Winter is on its way, and for many producers there may be a need to buy hay. Ryan Reuter, Noble Foundation livestock specialist, Ardmore, OK, offers these hints to ensure the hay you buy is a good value.

Buy dry matter (DM). Before you buy, have a test done to measure moisture content. Most hay will average 85-90% DM. Next, determine the bale weight using a scale, then compare different hay sources on the basis of dollars per ton of DM, not dollars per bale.

Buy adequate quality. Determine the exact nutrient requirements for the class of animal that will consume the hay — heifers vs. cows, dry vs. lactating, thin vs. fat, etc. Then, buy hay that will provide at least that level of nutrition. Don't buy hay that will require supplement.

To determine hay quality, make the seller provide a lab analysis, or get a sample and run one yourself. Reuter says he's seen a $10 hay test save a cow-calf producer several thousand dollars.

Buy bales that are tightly rolled, dense, have square shoulders and don't sag. Net wrap helps a bale shed rainwater. You also want a bale free of mold, weed seeds and dangerous levels of nitrates (depending on grass species).

A final consideration is where that bale is located; the closer the better, to cut down on transport costs, he says.

Additionally, Joel DeRouchey, livestock specialist at Kansas State University (K-State), offers these ideas for helping cows through the winter:
DeRouchey says research shows there is a significant correlation between feed efficiency and feeding-site selection.

The thermo neutral zone for healthy cattle is 23° to 77° F, DeRouchey said. When the temperature outside falls below or rises above the animal's comfort zone, the body needs to produce more energy to keep the animal cool or warm.

When this happens, cattle need to receive enough nutrition to help keep them healthy and in good condition. It is also important that feeding sites be placed in well-drained areas to reduce water, mud and manure buildup.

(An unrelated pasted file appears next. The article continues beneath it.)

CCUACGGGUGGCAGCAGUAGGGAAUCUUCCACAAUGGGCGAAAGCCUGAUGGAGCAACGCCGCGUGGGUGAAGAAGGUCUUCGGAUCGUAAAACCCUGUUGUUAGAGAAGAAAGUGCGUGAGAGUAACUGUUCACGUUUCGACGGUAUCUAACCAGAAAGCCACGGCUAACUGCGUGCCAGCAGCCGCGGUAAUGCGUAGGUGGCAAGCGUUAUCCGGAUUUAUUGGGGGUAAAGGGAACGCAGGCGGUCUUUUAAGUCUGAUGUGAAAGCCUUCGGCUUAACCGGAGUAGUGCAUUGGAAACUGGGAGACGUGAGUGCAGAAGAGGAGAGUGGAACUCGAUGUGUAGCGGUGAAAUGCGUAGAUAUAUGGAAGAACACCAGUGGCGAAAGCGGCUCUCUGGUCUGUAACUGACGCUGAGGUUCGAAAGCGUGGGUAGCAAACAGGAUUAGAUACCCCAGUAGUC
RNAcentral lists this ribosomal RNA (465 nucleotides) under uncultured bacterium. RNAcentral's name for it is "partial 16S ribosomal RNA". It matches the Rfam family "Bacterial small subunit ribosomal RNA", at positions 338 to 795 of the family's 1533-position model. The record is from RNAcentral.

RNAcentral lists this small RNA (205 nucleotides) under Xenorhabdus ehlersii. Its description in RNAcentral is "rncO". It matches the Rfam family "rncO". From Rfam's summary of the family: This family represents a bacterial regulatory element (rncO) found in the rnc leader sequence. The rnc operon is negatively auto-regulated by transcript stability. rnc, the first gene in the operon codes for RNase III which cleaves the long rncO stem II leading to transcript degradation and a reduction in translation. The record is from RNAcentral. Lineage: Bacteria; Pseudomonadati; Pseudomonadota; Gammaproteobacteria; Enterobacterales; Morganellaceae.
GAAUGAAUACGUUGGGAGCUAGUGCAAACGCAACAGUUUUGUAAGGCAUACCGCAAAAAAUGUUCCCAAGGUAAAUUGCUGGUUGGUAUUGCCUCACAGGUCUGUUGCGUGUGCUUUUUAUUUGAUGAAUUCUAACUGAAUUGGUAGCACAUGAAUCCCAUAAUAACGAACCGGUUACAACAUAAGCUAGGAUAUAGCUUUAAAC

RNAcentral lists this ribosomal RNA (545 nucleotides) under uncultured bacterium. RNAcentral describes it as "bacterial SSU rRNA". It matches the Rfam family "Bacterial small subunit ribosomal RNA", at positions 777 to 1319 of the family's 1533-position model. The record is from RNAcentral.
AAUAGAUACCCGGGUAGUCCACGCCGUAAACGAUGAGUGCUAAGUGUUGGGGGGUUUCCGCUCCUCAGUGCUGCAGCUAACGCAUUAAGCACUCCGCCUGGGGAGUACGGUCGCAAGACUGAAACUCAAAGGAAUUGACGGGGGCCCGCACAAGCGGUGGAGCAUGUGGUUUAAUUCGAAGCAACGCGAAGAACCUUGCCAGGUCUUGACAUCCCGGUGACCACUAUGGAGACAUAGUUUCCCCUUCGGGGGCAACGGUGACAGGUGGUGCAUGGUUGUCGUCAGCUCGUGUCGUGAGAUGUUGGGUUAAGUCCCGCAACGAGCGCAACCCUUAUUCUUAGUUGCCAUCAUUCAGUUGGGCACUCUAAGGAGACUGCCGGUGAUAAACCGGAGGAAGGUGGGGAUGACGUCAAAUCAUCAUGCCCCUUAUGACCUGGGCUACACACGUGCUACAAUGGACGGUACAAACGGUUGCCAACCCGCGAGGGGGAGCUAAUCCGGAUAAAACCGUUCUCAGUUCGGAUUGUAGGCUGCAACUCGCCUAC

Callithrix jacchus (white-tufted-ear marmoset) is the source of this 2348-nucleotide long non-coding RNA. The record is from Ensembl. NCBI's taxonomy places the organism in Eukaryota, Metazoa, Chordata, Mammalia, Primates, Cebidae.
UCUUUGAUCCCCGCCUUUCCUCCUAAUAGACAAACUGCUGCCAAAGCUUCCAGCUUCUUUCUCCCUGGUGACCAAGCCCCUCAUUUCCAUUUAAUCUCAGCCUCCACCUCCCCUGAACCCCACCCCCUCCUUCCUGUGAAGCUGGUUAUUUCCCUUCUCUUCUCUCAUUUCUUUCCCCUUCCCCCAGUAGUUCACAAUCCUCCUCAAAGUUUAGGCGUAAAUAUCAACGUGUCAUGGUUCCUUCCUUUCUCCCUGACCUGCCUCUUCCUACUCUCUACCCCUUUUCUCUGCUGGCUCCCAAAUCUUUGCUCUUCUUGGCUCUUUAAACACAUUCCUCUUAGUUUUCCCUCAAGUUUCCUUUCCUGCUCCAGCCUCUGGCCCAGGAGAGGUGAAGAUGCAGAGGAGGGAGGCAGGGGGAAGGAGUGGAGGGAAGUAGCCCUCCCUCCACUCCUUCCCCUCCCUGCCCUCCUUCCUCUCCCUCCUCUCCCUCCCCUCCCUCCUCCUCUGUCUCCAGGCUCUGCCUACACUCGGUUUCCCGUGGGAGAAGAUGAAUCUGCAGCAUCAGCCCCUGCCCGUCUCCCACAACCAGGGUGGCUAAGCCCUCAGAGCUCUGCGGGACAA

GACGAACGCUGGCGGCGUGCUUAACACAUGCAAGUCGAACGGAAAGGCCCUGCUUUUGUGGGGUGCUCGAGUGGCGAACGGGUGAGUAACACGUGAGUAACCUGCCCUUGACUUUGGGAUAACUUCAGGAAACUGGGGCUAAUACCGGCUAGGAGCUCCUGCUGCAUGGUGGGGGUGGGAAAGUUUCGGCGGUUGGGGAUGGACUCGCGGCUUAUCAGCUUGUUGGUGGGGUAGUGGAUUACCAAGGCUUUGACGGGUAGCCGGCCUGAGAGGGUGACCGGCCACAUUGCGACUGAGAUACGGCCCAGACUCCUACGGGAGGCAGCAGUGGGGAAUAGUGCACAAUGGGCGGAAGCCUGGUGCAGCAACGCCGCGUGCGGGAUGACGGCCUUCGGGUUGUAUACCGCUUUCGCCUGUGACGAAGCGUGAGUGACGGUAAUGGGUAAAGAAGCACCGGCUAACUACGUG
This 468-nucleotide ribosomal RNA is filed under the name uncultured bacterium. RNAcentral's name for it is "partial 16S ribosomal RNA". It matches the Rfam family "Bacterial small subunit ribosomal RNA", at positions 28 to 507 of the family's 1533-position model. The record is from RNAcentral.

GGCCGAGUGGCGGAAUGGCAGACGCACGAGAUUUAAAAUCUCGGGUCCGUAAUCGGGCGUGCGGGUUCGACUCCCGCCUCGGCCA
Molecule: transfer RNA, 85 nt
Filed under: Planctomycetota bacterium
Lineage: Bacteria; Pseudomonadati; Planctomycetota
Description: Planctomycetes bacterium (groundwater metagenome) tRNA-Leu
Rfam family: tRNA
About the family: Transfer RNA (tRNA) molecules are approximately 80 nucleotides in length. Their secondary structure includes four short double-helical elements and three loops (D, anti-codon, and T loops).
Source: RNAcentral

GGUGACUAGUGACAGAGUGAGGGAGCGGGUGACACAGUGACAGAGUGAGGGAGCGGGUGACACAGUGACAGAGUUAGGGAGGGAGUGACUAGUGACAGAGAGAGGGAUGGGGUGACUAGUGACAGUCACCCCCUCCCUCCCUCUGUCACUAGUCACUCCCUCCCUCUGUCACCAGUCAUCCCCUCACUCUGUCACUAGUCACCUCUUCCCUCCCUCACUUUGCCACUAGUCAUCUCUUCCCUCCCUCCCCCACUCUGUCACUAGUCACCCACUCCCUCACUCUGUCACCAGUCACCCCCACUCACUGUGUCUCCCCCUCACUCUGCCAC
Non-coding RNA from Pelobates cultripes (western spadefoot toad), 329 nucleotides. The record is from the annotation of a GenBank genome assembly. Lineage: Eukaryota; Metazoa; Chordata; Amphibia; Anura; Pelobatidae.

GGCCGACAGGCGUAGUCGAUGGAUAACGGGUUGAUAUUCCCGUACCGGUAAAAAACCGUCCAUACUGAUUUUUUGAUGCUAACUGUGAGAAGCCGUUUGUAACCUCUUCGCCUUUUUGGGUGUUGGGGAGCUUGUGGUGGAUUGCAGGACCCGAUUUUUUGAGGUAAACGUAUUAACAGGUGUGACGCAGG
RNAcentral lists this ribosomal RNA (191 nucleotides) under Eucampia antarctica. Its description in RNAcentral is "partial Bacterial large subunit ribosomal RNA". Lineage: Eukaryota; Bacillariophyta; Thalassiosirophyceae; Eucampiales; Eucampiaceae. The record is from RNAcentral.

A buildup of water could not only waste portions of hay bales, but could also decrease the nutritional value of the hay, creating a need for alternative nutrient sources to maintain herd health and performance, DeRouchey said. Excessive mud and manure around feeding sites also means that cattle will have to exert more energy to reach their feed.

"Well-drained areas make the best feeding sites because mud accumulation is less likely to occur," DeRouchey said. "But, producers need to make sure that waste runoff will have grass or some type of vegetation to filter through before reaching open surface water."

To prevent waste buildup, producers should rotate ring feeders before adding new bales of hay. One feeding site can feed approximately 15 to 20 head of cattle depending on the availability of other feed sources.

"Ideally, it is better to roll hay out on the ground in a well-drained area if producers can do it in proportions that their herd can clean up in one day," DeRouchey said. "Hay that lies on the ground for several days before cattle can clean it up will be wasted."

Winter storage areas for hay are also something that producers need to be thinking about. Rows should line up north to south, about 2 to 3 feet apart, so that sunlight will reach a greater surface area, he said. This will help evaporate moisture from the bales and the ground around them more quickly.